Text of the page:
“You could go on any forum as well, and see what other people have researched about any of the different cloud or (email) solutions,” says White.

Is email encryption a magic bullet solution? The disappointing reality is that between the senders’ and receivers’ servers, there are many opportunities for intercepting or hacking into emails. It’s enough to make a person go all Janet Napolitano (the former Secretary of Homeland Security once said she doesn’t use email).

But that’s not to say we should all revert to the digital dark ages — we just need to be conscious about how secure our email services really are. For Clinton’s part, she might have just opted for more secure methods than email for truly sensitive communications. A State Department spokeswoman said Tuesday Clinton could have used secure voice and video chats instead, or opted for something truly old fashioned: printed documents.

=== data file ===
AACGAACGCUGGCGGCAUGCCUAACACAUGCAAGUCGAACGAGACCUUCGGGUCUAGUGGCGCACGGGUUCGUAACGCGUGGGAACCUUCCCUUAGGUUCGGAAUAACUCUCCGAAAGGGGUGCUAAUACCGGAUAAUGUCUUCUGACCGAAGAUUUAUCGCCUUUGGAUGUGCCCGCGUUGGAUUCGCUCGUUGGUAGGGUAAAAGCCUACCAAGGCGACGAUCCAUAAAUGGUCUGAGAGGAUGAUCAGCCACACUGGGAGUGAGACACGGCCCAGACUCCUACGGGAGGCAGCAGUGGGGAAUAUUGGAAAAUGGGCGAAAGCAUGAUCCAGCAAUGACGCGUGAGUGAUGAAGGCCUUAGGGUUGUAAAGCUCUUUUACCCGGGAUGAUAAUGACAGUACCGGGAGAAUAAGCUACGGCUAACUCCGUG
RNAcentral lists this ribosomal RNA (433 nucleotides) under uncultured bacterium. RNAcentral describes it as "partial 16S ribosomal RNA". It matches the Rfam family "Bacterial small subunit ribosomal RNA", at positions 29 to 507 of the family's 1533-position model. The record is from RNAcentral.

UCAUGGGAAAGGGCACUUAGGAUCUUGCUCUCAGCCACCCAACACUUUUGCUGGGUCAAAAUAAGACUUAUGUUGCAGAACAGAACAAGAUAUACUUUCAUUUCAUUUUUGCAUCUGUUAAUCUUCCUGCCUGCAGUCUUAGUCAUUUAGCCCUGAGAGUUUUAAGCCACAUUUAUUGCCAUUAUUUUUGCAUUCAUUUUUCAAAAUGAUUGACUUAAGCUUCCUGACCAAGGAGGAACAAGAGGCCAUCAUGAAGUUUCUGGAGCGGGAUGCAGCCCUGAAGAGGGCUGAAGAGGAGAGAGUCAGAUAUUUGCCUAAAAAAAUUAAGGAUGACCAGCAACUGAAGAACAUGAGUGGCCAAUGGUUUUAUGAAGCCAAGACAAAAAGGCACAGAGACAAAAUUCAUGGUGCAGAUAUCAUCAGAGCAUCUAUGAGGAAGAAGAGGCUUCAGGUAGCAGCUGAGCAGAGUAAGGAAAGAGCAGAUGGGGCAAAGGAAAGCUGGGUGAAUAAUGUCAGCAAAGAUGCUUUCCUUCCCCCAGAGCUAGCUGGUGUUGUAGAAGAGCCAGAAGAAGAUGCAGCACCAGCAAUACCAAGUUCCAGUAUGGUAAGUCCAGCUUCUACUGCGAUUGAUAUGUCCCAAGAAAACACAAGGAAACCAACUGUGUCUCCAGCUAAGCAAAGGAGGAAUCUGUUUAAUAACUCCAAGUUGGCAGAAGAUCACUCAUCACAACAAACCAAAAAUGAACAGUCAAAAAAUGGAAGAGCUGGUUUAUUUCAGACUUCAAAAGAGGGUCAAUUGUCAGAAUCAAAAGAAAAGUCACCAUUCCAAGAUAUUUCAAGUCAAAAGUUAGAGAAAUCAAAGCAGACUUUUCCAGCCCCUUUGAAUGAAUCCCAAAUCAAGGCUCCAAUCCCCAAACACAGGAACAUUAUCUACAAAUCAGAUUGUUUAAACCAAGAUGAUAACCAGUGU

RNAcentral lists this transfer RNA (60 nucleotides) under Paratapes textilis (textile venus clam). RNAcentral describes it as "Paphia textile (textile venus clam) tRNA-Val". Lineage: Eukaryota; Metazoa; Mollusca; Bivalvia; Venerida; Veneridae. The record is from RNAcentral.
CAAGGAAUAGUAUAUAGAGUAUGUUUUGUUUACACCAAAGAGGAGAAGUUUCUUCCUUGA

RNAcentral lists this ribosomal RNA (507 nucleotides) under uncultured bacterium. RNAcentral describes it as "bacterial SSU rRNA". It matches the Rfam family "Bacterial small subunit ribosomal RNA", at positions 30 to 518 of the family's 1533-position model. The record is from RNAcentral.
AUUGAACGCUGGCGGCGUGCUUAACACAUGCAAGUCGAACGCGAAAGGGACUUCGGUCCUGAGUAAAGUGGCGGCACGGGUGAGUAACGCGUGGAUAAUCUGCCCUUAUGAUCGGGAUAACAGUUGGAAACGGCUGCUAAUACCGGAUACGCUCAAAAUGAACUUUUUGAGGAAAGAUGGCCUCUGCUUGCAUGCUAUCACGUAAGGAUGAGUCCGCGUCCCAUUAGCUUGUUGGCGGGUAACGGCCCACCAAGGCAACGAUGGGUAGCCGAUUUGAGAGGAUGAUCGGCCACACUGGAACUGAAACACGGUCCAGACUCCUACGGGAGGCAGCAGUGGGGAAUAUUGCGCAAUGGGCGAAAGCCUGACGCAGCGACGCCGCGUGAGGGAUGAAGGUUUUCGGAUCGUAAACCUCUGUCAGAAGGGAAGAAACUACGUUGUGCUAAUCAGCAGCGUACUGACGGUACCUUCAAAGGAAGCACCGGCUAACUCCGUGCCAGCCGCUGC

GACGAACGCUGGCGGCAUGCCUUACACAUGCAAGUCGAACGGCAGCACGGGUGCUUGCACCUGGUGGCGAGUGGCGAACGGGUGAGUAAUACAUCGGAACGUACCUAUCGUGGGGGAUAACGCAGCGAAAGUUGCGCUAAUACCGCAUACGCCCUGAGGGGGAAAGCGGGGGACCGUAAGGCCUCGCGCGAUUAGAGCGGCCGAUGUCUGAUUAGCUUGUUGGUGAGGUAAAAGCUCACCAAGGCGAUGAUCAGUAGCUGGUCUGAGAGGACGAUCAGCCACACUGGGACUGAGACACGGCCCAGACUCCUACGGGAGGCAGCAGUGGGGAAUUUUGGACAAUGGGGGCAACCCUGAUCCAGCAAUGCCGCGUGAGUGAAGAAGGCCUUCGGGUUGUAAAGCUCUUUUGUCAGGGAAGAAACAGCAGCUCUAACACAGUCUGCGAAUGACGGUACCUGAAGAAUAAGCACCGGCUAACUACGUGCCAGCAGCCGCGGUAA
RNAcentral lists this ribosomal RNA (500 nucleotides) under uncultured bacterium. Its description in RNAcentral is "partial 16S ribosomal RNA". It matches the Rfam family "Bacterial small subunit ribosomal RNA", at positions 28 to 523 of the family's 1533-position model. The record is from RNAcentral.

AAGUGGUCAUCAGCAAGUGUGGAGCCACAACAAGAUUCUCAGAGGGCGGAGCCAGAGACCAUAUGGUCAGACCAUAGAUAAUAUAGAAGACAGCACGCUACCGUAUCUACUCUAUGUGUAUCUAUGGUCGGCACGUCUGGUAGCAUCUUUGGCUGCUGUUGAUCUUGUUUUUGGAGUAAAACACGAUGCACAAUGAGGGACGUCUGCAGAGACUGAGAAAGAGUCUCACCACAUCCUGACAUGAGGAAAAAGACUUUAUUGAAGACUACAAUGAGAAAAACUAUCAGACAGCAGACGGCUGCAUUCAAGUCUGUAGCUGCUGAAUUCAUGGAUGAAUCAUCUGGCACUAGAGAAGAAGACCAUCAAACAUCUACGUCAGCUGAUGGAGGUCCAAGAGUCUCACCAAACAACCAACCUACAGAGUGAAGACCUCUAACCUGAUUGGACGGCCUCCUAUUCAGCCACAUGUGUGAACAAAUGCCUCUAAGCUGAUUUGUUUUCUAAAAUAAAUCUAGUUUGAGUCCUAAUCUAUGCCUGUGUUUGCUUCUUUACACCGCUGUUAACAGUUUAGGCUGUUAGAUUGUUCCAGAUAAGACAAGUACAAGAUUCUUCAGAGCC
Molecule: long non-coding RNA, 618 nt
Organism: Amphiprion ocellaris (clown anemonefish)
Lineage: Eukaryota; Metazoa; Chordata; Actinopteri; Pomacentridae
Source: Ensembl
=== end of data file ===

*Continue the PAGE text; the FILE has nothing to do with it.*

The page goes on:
TIME 2016 Election

Hillary Clinton Only Used a Personal Email Account While Secretary of State, Report Says

Hillary Clinton Addresses National Council for Behavioral Health Conference
Patrick Smith—Getty Images Former Secretary of State Hillary Rodham Clinton delivers remarks during the National Council for Behavioral Health's Annual Conference in National Harbor, Md., on May 6, 2014

Federal law stipulates that her emails should have been kept on departmental and not private servers

Hillary Clinton exclusively used a personal email account while she was Secretary of State, the New York Times reports, possibly breaching a federal law mandating the archiving of all correspondence by State Department officials.

Clinton’s aides allegedly made no effort to upload her personal emails to the department’s servers during her four-year tenure, as stipulated under the the Federal Records Act, the Times says.

Instead, they reportedly went through thousands of emails two months ago, selecting which to submit as part of a renewed compliance effort from the State Department.